It’s happened to me when I’ve interviewed small-business owners and questioned some of their statements. It’s happened to friends when they tried to return an item or complain about a service. And it almost always happens to one of the potential investors on ABC’s “Shark Tank.”
A small-business owner faced with a conflict or challenge suddenly shifts from easy-going and excited to snippy and belligerent.
I understand that autonomy is a common trait for entrepreneurs, but owners shouldn’t take feedback personally or go barking at customers (or me) when they face conflict. It could cost customers and revenue.
“We are emotional people,” said Fred Hathaway, managing director of EntreDot, a Cary-based organization that seeks to help small businesses. If you don’t have a plan on how to react when someone pushes your hot button, “whatever comes out is generally not supportive to enhancing the relationship,” he said.
Owners need to create a system that enables them to provide a consistent response to volatile situations – just like they would establish production and customer service protocols.
Hathaway follows a five-step model for monitoring emotions that includes self-awareness, self-regulation, empathy, motivation and social skills. Hathaway recommends owners write down those five things, tape it near their work area or on the back of their smartphone and review it during tense situations.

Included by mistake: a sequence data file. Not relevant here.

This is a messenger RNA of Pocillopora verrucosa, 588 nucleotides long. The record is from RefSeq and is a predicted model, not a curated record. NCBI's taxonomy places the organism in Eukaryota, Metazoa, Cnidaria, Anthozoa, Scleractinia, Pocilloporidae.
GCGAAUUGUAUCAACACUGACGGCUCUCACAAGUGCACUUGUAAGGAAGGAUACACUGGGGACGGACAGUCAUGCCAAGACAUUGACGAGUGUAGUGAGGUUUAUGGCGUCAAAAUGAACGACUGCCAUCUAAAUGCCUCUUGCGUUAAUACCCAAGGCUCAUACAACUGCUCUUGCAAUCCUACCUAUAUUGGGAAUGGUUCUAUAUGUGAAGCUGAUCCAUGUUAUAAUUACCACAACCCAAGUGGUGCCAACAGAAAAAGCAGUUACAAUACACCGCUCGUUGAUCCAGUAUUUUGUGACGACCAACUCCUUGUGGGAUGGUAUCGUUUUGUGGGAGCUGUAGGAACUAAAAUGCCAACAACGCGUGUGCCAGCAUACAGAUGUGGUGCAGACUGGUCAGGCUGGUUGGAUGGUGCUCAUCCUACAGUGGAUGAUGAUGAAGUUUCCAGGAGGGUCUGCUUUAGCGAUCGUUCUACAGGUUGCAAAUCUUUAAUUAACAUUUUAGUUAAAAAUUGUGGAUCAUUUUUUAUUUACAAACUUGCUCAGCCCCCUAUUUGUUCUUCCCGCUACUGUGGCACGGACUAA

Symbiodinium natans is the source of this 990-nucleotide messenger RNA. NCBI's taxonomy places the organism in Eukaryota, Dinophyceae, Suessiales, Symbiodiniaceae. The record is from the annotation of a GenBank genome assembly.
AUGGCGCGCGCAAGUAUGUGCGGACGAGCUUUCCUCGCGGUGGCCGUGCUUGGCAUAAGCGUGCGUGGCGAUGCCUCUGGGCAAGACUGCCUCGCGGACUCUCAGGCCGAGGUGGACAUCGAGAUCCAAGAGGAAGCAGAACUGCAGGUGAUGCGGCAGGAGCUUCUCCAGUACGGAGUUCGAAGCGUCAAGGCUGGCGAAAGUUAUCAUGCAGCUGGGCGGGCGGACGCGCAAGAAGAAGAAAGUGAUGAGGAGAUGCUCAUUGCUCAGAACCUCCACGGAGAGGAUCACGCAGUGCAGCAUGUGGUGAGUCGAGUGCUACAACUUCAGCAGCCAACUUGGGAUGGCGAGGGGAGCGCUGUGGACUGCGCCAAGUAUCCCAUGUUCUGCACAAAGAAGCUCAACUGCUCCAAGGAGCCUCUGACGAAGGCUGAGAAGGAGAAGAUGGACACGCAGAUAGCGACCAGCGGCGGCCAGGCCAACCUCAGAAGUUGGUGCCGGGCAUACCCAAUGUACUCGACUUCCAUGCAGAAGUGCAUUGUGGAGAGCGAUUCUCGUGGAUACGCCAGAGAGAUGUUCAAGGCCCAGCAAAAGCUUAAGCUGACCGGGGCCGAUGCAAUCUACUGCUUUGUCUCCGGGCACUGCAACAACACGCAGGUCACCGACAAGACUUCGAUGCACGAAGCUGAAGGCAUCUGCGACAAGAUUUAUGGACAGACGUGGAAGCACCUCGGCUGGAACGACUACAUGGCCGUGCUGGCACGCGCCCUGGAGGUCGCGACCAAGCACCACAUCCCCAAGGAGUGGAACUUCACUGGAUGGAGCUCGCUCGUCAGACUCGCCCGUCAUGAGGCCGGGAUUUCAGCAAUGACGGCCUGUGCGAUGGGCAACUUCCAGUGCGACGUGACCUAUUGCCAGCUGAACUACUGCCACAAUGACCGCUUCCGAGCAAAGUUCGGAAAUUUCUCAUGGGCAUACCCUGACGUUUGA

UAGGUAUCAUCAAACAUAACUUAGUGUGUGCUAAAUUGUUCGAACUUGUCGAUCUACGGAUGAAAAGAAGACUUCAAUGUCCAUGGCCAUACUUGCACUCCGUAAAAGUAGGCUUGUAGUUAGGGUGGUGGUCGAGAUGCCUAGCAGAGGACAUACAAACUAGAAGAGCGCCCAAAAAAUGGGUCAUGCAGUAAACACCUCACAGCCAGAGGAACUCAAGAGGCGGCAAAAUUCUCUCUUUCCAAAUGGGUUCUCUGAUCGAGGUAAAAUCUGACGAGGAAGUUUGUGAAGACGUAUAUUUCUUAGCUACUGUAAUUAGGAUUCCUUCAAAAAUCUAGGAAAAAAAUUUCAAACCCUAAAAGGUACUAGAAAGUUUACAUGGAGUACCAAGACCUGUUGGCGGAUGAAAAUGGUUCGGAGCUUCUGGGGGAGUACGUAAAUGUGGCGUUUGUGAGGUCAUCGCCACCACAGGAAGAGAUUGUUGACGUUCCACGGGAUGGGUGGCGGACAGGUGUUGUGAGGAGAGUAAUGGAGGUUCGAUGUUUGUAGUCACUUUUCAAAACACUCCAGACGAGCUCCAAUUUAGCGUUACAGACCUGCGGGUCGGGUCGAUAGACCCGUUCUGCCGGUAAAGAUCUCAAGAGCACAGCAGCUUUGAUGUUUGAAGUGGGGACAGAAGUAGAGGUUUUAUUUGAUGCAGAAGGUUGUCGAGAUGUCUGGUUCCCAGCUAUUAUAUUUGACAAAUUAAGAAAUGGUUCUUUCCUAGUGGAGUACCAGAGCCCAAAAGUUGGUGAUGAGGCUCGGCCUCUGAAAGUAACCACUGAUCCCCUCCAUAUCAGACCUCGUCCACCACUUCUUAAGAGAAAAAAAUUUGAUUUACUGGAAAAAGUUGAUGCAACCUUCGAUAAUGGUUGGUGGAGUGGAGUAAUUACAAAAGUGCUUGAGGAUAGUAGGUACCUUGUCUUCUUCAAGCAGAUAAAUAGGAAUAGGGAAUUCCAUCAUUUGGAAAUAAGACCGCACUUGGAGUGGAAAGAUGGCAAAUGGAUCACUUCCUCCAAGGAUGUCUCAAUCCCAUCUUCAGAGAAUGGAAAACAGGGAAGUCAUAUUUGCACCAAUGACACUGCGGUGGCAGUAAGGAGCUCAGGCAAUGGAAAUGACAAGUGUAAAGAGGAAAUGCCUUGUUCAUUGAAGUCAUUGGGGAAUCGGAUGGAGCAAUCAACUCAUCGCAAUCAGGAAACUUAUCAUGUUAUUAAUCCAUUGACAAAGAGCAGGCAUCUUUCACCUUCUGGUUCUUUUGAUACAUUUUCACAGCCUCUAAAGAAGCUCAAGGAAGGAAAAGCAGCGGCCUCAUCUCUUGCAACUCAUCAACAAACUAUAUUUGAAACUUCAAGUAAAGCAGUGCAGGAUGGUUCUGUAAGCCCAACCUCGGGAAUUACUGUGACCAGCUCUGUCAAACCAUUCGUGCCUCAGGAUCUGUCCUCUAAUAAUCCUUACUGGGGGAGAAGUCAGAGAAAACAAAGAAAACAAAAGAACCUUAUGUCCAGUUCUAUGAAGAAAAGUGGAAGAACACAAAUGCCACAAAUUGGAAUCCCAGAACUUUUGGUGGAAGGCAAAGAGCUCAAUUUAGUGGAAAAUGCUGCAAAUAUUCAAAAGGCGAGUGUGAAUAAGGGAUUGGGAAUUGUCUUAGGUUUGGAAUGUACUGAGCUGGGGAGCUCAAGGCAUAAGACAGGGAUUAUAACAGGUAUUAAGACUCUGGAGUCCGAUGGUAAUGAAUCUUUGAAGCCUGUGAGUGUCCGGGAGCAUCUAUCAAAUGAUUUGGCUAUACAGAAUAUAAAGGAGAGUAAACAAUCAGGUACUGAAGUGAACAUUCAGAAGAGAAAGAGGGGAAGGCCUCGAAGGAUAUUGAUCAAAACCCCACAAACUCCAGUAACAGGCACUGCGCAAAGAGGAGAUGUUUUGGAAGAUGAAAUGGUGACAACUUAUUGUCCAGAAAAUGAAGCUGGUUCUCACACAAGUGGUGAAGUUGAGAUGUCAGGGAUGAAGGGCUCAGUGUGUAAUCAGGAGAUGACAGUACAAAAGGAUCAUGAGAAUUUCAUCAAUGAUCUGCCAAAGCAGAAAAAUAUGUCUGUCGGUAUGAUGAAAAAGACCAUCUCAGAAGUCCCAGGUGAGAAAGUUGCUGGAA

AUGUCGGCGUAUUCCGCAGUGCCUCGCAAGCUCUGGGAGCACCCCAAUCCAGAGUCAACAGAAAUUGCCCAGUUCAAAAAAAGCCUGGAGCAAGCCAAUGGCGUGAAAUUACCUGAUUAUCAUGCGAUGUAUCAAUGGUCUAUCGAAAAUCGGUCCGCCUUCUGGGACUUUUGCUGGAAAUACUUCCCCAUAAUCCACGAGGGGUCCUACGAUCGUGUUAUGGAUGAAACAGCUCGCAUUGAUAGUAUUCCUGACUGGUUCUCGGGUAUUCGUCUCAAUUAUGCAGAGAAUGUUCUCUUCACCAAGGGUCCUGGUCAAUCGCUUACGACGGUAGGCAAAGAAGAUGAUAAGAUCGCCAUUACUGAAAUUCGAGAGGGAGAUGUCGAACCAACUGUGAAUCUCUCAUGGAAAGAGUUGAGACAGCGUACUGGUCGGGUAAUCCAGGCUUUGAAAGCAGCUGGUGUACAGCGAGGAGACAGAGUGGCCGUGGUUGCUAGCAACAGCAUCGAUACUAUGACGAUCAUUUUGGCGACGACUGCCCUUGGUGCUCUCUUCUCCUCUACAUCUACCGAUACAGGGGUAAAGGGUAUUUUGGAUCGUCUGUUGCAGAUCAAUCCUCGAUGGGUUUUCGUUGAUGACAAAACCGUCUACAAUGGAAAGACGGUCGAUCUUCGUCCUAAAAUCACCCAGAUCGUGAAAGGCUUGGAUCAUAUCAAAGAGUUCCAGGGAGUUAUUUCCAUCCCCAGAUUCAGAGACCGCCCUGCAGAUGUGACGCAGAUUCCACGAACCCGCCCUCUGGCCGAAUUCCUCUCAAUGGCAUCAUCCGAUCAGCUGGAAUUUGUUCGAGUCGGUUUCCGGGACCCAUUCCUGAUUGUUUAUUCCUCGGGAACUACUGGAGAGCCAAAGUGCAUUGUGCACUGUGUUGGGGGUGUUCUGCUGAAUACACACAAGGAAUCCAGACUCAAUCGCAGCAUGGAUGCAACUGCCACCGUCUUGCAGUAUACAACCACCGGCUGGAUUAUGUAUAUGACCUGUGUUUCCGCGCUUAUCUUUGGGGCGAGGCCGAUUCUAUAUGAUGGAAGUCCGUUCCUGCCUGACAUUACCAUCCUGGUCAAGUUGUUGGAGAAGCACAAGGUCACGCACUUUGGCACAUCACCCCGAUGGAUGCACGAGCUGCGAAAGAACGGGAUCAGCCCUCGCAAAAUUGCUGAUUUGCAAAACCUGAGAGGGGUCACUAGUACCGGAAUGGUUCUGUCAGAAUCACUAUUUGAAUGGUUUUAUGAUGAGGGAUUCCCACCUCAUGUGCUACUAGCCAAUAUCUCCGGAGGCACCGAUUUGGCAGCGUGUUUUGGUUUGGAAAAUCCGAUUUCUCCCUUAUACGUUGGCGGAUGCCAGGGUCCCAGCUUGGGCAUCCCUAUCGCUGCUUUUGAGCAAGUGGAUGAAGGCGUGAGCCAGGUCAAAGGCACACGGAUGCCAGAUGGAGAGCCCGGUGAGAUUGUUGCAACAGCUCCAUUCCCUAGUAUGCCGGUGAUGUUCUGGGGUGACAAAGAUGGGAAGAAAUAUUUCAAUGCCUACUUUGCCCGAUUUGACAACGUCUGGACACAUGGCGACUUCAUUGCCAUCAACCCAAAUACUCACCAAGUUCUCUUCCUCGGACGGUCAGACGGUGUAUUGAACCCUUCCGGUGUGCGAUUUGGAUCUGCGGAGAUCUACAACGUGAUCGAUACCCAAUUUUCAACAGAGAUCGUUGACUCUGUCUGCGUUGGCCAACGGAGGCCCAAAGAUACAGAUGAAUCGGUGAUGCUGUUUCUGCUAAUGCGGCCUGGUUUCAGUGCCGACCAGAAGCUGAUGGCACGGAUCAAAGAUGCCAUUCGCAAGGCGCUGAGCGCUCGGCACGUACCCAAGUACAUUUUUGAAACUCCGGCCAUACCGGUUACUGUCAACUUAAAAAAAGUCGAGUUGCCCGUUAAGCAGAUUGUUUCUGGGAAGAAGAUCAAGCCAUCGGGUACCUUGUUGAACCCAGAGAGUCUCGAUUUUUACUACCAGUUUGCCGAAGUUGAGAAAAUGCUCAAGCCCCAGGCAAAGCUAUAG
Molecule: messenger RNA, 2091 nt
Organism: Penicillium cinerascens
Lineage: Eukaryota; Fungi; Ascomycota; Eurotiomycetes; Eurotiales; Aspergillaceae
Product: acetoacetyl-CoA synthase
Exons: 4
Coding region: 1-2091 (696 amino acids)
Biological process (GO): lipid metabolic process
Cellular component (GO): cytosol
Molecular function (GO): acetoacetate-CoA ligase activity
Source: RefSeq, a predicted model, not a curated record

“After you have done this a dozen times or so, this becomes how you interact,” which can positively influence several different kinds of relationships, Hathaway said.
Self-awareness: When you encounter a confrontation, Hathaway said, you have to “check yourself” with self-awareness and ask yourself: “How am I feeling about this? Mad? Defensive? How will that influence how I react?”
Self-regulation: If in doubt, follow the proverbial advice: If you don’t have anything good to say, don’t say anything at all.
“If your first reaction is to blast someone, don’t say anything,” Hathaway said.
Empathy: Putting yourself in your customers’ situation helps you get to a place where you are considering their perspective versus blasting them, Hathaway said.
Ask yourself, “OK, if I were the consumer in this situation, what would my expectations be?” he said.
Motivation: Think about your motivation and what you hope the outcome will be, Hathaway said. There are at least three things to weigh: You don’t want them to bad-mouth you. You want to keep the customer. And you should calculate and understand the lifetime value of the relationship.
Social skills: Are you using your social skills, such as listening twice as much as you are talking?
“When you are in a confrontational situation, make sure you give them time to give their piece before you jump in,” Hathaway said.